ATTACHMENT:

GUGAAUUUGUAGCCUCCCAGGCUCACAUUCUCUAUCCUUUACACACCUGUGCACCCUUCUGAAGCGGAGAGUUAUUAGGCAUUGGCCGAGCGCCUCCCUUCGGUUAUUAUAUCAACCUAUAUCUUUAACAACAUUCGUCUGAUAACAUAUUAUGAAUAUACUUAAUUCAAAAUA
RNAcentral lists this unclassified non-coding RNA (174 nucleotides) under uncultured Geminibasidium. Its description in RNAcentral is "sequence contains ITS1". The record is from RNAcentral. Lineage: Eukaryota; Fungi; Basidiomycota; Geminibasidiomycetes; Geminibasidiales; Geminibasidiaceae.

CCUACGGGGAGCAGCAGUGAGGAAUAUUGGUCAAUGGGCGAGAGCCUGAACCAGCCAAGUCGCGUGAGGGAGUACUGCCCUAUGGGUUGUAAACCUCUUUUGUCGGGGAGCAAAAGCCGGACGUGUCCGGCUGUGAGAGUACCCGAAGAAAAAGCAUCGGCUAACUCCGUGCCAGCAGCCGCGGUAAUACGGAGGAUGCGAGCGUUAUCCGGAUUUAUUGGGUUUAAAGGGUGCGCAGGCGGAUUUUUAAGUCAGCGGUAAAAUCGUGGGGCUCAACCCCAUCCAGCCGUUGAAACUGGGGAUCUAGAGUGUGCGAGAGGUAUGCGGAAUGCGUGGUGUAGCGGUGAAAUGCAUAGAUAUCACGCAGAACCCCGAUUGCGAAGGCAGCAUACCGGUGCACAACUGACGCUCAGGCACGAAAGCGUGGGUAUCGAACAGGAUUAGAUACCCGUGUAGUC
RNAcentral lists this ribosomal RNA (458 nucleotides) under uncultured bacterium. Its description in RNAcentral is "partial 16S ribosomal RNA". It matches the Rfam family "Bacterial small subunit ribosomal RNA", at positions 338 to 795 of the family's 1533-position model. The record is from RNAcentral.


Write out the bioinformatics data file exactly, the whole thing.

GUGAAUUUGUAGCCUCCCAGGCUCACAUUCUCUAUCCUUUACACACCUGUGCACCCUUCUGAAGCGGAGAGUUAUUAGGCAUUGGCCGAGCGCCUCCCUUCGGUUAUUAUAUCAACCUAUAUCUUUAACAACAUUCGUCUGAUAACAUAUUAUGAAUAUACUUAAUUCAAAAUA
RNAcentral lists this unclassified non-coding RNA (174 nucleotides) under uncultured Geminibasidium. Its description in RNAcentral is "sequence contains ITS1". The record is from RNAcentral. Lineage: Eukaryota; Fungi; Basidiomycota; Geminibasidiomycetes; Geminibasidiales; Geminibasidiaceae.

CCUACGGGGAGCAGCAGUGAGGAAUAUUGGUCAAUGGGCGAGAGCCUGAACCAGCCAAGUCGCGUGAGGGAGUACUGCCCUAUGGGUUGUAAACCUCUUUUGUCGGGGAGCAAAAGCCGGACGUGUCCGGCUGUGAGAGUACCCGAAGAAAAAGCAUCGGCUAACUCCGUGCCAGCAGCCGCGGUAAUACGGAGGAUGCGAGCGUUAUCCGGAUUUAUUGGGUUUAAAGGGUGCGCAGGCGGAUUUUUAAGUCAGCGGUAAAAUCGUGGGGCUCAACCCCAUCCAGCCGUUGAAACUGGGGAUCUAGAGUGUGCGAGAGGUAUGCGGAAUGCGUGGUGUAGCGGUGAAAUGCAUAGAUAUCACGCAGAACCCCGAUUGCGAAGGCAGCAUACCGGUGCACAACUGACGCUCAGGCACGAAAGCGUGGGUAUCGAACAGGAUUAGAUACCCGUGUAGUC
RNAcentral lists this ribosomal RNA (458 nucleotides) under uncultured bacterium. Its description in RNAcentral is "partial 16S ribosomal RNA". It matches the Rfam family "Bacterial small subunit ribosomal RNA", at positions 338 to 795 of the family's 1533-position model. The record is from RNAcentral.